Haven’t we been through this already?
As Pride month inches closer and closer, we can already feel the tension building. Conservatives’ fingers are twitching in anticipation of tweeting their latest hot take. Major corporations are printing out reams of rainbow stickers to slap onto their latest products. It’s a battle that rages on year after year — with queer folks planted firmly in the middle — and this year they’ve started early. The stars of the show this time? Oreo and Ben Shapiro.
Not So Cookie Cutter
Let’s talk about Oreo’s campaign. The brand shared a two-and-a-half-minute video where a son practices coming out to his extended family. The film, called The Note, is beautifully composed, with compelling shots and an immersive soundscape that pulls you right in. The message is solid too. The son, a child of an immigrant family, speaks about not wanting to upset those who sacrificed so much for him. This message will surely resonate with many folks out there, not just the LGBTQ+ community.
— OREO Cookie (@Oreo) April 4, 2022
As for the queer message, that one is solid too. “Coming out doesn’t happen just once,” tweeted Oreo. “It’s a journey that needs love and courage every step of the way.” There is certainly an argument to be made that messages like this coming from big corporations can sometimes feel hollow. There are many big players that can be accused of rainbow washing for monetary gain, and perhaps there is an element of this at play here. The simplest answer is more often the right one, and here the simple answer is clear. Companies like Oreo have been targeting families and couples with their advertising since the advent of advertising. Now they’re targeting queer families too. Like it or not, for-profit companies are gonna for-profit.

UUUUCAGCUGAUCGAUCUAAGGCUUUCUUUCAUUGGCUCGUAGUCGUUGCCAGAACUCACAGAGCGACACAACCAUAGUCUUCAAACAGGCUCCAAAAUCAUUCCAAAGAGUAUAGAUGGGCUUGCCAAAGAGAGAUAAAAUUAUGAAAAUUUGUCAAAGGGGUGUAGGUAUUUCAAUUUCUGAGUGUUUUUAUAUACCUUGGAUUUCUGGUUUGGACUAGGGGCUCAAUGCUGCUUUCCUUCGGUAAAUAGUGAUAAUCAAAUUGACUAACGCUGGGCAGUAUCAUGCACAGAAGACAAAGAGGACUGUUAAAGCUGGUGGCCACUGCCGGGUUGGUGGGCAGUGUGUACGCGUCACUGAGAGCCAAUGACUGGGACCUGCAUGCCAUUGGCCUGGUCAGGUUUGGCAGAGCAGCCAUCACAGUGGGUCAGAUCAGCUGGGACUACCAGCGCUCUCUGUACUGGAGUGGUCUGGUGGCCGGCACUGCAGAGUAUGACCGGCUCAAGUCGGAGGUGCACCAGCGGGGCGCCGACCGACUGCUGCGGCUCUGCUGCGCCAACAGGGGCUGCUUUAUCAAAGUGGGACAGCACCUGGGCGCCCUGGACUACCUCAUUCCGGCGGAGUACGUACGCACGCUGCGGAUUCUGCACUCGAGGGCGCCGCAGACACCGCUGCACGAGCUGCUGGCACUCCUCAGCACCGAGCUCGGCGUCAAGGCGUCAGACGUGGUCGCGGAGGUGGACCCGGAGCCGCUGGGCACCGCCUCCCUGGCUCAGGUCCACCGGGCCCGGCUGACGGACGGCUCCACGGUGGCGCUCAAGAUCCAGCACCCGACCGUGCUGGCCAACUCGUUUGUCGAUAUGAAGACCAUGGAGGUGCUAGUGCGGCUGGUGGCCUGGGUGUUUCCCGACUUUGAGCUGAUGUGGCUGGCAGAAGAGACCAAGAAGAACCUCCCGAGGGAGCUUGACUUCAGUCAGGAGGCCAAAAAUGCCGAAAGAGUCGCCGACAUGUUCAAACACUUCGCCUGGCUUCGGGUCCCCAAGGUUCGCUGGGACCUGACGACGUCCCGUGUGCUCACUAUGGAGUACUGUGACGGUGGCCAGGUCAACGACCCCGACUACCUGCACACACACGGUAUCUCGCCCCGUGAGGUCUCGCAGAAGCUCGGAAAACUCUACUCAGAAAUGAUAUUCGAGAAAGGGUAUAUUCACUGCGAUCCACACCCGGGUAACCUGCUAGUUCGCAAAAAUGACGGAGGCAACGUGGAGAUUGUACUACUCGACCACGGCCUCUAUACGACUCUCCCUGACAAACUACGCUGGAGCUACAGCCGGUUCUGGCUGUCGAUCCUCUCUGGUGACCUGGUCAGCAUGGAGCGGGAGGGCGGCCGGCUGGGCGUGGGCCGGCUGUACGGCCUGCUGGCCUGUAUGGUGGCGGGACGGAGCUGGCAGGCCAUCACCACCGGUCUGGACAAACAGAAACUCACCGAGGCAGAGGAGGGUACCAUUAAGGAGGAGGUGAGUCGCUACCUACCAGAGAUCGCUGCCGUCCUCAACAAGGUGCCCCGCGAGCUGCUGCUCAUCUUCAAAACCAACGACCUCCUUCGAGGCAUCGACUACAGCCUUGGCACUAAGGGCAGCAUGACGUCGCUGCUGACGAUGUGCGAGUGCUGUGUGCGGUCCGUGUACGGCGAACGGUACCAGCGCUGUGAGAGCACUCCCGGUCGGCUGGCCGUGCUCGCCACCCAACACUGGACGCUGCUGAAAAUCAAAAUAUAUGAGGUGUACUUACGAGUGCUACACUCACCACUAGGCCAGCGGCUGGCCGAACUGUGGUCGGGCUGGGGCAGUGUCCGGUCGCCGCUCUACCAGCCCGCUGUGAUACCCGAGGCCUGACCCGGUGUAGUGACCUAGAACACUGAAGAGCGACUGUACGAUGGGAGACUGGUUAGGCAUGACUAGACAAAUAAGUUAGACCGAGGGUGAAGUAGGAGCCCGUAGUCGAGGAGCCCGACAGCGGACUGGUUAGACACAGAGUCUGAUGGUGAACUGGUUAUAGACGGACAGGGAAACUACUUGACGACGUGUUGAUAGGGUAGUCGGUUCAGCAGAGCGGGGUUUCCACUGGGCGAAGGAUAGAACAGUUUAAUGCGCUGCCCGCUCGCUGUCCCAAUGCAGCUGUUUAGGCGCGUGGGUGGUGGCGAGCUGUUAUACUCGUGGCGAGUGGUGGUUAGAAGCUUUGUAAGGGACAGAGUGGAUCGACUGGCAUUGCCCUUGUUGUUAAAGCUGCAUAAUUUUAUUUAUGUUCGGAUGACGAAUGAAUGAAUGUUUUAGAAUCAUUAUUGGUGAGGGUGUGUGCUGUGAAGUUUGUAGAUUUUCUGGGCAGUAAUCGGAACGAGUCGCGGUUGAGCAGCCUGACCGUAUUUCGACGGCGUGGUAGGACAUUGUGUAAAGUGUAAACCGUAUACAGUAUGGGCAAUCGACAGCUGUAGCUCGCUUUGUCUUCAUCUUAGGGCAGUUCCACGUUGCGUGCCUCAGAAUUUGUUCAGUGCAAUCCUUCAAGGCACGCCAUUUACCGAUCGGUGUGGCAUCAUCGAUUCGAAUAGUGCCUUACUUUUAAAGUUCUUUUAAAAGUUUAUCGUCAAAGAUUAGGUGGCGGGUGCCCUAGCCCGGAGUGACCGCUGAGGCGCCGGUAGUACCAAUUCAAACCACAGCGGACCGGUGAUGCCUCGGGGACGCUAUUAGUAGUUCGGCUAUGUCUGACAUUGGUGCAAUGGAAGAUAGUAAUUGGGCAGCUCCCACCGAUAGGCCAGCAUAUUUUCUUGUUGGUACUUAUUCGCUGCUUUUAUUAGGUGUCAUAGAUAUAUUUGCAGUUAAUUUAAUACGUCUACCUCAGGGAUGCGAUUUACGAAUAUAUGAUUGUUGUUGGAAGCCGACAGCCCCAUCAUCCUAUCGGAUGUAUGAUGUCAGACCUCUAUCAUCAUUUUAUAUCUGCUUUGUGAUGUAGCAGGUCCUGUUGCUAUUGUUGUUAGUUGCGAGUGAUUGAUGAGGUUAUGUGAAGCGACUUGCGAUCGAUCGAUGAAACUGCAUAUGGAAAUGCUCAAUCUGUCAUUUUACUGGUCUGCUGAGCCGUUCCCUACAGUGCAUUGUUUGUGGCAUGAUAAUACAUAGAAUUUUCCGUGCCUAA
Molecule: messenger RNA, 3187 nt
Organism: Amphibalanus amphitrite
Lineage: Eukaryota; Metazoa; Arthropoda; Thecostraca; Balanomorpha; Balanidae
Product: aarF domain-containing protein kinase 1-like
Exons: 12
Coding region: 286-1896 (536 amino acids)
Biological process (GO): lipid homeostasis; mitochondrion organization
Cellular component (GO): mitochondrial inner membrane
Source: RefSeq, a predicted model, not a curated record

At least in this particular instance, the concept and execution were solid. Perhaps that is because they collaborated with PFLAG. More likely, it’s because they worked with lesbian filmmaker Alice Wu. Her parents were immigrants from Taiwan by the way. Therein lies the value of working with folks who intimately understand the subject matter.
Ben Shapiro vs Cookies
Enter Ben Shapiro, the man famous for losing an argument with a child. Shapiro has a habit of being loud and wrong at the same time, so of course, he felt compelled to respond to this video.
Your cookie must affirm your sexual lifestyle https://t.co/S6DdUKmtcr
— Ben Shapiro (@benshapiro) April 4, 2022
Let’s break this garbage response down a bit, shall we? First, he comes swinging right out the gate with the “sexual lifestyle” remark. Only Shapiro could watch this tender video about common family dynamics and equate it with a “sexual lifestyle”. Then there’s his follow-up which contains a crumb of truth buried under a mountain of queerphobia. Can we honestly pretend that anyone who says “LGBTQIA+-%6&” is making an argument in good faith? Please. It’s like arguing with a third-grader.
Ben is mad that gay people eat cookies. https://t.co/EnNTGSsrhj
— Machine Pun Kelly 🇺🇦 (@KellyScaletta) April 4, 2022
I dare @Oreo to air that same ad in China.
— Faye Hausendorff (@FayeH321) April 4, 2022
Like we said, keeping a critical eye on for-profit businesses that sell queer allyship is generally a good practice. That’s not what Shapiro is doing here. This is not a call for more authentic queer activism. It’s a grown man mad about a gay cookie. Now that I mention it, haven’t I seen this play out before?
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That’s the Way the Cookie Crumbles
Advertisements that feature products alongside messaging promoting family values, supporting workers, or promoting public health initiatives are mainstays of advertising. The issue here for Shapiro is queerness. That much is abundantly clear. If you’d like to support Oreo’s message, you can visit their website now and donate to PFLAG. In the meantime, we’ll be celebrating this project for what it is—a beautiful short film by a talented queer director. Keep pissing off the homophobes, Wu.
HAHAHAHAHAHA! But also…. maybe true? https://t.co/8YawGki1tQ
— Alice Wu 伍思薇 (@thatalicewu) April 4, 2022